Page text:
Covid-19 test delays — and at least one incident in which testers simply didn’t show up at all — have delayed workouts for at least two teams so far. And at least one team’s general manager is hopping mad about it.

Alex Coffey of The Athletic reported overnight that the Oakland Athletics have yet to have a full squad workout because of COVID-19 test delays. They were supposed to begin such workouts yesterday, but delayed them until today. They have since been delayed again until tonight, and even those may not happen.

Why? Because the initial team tests that are required before allowing the team’s full complement of players and coaches into the facility had not even arrived at MLB’s testing center in Utah as of last night. Indeed, they sat in the San Francisco airport all weekend because no one with MLB or the league’s testing company bothered to account for the Fourth of July holiday and expedite shipping.

Coffey obtained the text message Athletics’ GM David Forst sent to the entire club about the COVID-19 test delays. And, frankly, it’s gobsmacking.

The upshot, as Forst explains in the text, is that the test samples which were collected on Friday and which were due to be in Salt Lake City on Saturday sat at the San Francisco airport because of the July 4 holiday. Which, OK, fine, in which case someone should have changed the shipping instructions for Sunday delivery rather than have it just wait around until Monday like any other package. But no one bothered to do that. Forst, in the text:

On top of screwing up the logistics of this whole thing, neither MLB nor CDT (the company that collects the samples) communicated any of this to us until we pressed them for information, at which point all they could do was apologize, which frankly doesn’t really do much for us. Our best shot is to schedule a workout for [Monday] night with the hope that the samples arrive at the lab on time tomorrow and they are able to turn around your results in a matter of a few hours.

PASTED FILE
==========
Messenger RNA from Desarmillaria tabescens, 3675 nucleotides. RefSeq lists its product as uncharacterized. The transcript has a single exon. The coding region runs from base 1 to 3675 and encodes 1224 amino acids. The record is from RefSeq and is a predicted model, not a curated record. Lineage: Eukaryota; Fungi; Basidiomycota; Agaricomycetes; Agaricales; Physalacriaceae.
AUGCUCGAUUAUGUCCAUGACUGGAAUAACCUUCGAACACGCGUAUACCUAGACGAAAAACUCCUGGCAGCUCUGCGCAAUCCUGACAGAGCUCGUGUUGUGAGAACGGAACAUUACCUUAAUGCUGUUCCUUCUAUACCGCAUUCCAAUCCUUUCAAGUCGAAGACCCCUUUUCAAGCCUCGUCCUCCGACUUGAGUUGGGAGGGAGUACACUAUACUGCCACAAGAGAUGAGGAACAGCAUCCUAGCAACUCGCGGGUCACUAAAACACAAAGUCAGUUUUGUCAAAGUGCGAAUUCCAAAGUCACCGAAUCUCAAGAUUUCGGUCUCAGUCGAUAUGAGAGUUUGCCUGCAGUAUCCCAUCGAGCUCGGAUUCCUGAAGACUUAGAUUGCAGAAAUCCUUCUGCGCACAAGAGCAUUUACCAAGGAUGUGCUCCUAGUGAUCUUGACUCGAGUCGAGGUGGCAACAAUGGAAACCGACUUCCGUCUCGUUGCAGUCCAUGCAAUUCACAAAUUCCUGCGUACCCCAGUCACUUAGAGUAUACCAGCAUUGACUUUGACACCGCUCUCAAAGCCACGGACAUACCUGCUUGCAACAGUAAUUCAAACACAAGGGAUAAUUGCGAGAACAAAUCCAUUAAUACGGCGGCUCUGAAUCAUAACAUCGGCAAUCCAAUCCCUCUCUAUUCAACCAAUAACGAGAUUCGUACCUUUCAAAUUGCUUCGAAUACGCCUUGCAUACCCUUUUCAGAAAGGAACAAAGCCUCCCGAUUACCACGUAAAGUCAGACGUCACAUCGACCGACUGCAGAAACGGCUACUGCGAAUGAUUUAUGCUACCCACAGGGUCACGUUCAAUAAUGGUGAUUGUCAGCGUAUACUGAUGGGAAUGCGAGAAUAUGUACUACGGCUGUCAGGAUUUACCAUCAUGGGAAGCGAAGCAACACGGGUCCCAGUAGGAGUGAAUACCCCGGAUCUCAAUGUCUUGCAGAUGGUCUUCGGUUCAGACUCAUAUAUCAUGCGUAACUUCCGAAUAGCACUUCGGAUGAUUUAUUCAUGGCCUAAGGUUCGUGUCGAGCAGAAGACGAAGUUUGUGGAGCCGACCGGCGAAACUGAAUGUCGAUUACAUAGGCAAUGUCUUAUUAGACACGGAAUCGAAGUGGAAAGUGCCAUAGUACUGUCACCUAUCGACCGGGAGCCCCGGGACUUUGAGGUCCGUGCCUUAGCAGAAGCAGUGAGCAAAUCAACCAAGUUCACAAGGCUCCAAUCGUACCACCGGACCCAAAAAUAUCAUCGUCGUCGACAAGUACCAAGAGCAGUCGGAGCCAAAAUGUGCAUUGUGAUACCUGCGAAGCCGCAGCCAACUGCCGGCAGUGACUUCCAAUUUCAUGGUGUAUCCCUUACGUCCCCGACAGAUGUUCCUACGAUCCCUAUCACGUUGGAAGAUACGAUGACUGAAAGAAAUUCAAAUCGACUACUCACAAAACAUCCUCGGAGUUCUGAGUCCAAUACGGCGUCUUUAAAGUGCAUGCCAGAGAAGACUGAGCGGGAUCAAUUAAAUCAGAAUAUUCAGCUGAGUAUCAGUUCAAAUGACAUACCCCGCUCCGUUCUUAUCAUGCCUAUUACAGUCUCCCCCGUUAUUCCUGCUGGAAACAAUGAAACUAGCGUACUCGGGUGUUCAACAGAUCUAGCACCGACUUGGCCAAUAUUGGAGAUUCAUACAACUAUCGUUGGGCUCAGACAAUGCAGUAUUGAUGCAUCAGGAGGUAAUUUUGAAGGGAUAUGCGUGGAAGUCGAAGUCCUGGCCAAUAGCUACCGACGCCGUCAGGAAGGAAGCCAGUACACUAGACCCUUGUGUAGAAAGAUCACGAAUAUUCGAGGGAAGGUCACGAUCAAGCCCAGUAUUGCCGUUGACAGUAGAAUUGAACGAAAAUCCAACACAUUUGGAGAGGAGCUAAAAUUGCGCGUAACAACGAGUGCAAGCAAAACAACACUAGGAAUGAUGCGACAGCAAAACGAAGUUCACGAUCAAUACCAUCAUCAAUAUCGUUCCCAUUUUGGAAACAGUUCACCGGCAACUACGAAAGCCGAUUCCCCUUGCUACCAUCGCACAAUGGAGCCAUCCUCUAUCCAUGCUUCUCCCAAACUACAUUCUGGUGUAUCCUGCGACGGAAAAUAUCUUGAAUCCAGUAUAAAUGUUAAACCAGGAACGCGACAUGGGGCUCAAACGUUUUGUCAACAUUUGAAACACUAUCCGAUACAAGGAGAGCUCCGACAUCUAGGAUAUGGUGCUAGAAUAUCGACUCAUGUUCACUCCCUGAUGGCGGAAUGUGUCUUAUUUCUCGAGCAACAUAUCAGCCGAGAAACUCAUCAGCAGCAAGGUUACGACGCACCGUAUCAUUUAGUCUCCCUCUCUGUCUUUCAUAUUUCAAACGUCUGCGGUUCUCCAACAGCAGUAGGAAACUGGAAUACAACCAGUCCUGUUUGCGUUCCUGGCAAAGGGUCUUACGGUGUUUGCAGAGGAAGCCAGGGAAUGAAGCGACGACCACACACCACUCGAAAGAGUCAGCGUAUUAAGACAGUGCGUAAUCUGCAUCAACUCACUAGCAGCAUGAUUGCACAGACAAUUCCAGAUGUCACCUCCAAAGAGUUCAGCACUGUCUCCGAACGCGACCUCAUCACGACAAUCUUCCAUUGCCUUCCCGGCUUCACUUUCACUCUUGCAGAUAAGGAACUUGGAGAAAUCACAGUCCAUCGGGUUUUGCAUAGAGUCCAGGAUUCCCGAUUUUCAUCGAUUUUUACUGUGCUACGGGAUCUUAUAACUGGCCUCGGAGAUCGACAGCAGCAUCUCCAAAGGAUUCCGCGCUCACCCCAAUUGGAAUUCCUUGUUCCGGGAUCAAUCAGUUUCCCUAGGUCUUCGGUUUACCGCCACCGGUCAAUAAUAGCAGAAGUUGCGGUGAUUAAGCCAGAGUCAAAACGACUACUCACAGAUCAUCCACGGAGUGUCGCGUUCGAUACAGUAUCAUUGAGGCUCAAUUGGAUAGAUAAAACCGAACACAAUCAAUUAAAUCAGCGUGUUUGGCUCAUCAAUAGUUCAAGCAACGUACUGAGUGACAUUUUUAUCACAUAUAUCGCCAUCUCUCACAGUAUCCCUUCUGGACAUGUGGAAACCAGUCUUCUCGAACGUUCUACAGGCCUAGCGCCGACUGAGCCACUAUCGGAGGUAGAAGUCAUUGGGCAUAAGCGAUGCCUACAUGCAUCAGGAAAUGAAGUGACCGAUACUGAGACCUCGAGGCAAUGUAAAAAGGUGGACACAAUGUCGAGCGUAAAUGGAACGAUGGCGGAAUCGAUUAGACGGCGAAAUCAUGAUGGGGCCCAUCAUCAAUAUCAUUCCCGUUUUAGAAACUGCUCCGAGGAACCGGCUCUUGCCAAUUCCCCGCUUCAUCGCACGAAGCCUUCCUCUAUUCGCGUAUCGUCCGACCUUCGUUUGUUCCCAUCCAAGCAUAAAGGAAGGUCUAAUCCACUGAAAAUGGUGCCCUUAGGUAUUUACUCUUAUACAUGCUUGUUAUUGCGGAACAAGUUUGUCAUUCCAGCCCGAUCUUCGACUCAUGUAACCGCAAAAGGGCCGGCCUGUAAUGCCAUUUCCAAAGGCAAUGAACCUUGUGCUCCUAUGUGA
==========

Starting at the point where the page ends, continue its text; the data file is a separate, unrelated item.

Forst goes on to say that the blame for the COVID-19 test delays “lies with CDT and MLB and I won’t cover for them like I did earlier today.”

The “covering for them” refers to comments Forst made to the media after the initial delay in testing, which he and manager Bob Melvin blew off as a routine delay, with Forst saying “We all know that being flexible and adjusting to the unknowns is going to be part of everything we do this season.” In the text, however, Forst is clearly pissed off:

Despite having our schedule a week ahead of time, they didn’t alert us to the possibility of any complications around July 4th, and once there were issues, they did nothing to communicate that to us or remedy the situation until Nick (Paparesta, the A’s head athletic trainer) and I forced the issue at various times today. If possible, I’m as frustrated and pissed as you are (well, probably not as pissed as Matt is), and I assure you the rest of the staff is as well.” 

“Matt” refers to A’s third baseman Matt Chapman, who expressed his anger at the COVID-19 test delays to Forst. He’s not the only A’s player to be upset about this:

This anger is not merely about delays to workouts which, given how compacted training camp and the season is, matter a great deal and put the A’s at a competitive disadvantage to teams who are already playing simulated games. It also poses health and safety concerns.

Pitchers and catchers have been allowed to report already and without the test results they have no idea if COVID-19 is spreading in the clubhouse or if any of them need to be isolated. Diekman has specific reason to be concerned as his history of ulcerative colitis, which caused him to have part of his colon removed a few years back, puts him in the “at risk” category. The A’s, now, get to sit around most of today waiting for testing results that, per Coffey’s report, likely, at best, arrived at the Utah testing facility after 1AM this morning.

And the MLB Covid-19 test delays, it seems, are not limited to the Oakland Athletics. Ken Rosenthal of The Athletic reports that down in Anaheim, the testers who conduct saliva tests for the Los Angeles Angels simply did not show up as scheduled yesterday. Rosenthal says that it led to Angels players conducting their own tests. He said that it was unclear if the tests were shipped to lab in Utah — the AWOL testers are supposed to do that — but he does note that today’s workouts were pushed back from 9 am to noon, most likely to account for the testing screwup.

Rosenthal says “two other, unidentified teams had same issue on Sunday,” which suggests as many as four teams, including the Athletics and Angels, are experiencing COVID-19 test delays.

This, to say the least, is inexcusable. Major League Baseball has based its entire, radical 2020 season structure on extensive health and safety protocols and an extensive COVID-19 testing regime. There is already concern on the part of some that, even with such protocols and testing, playing the 2020 season is too risky, but it’s undeniable that there is zero way for professional sports to be conducted in a pandemic without such protocols or with material COVID-19 test delays.

Mere days into the endeavor, however, we have all of this.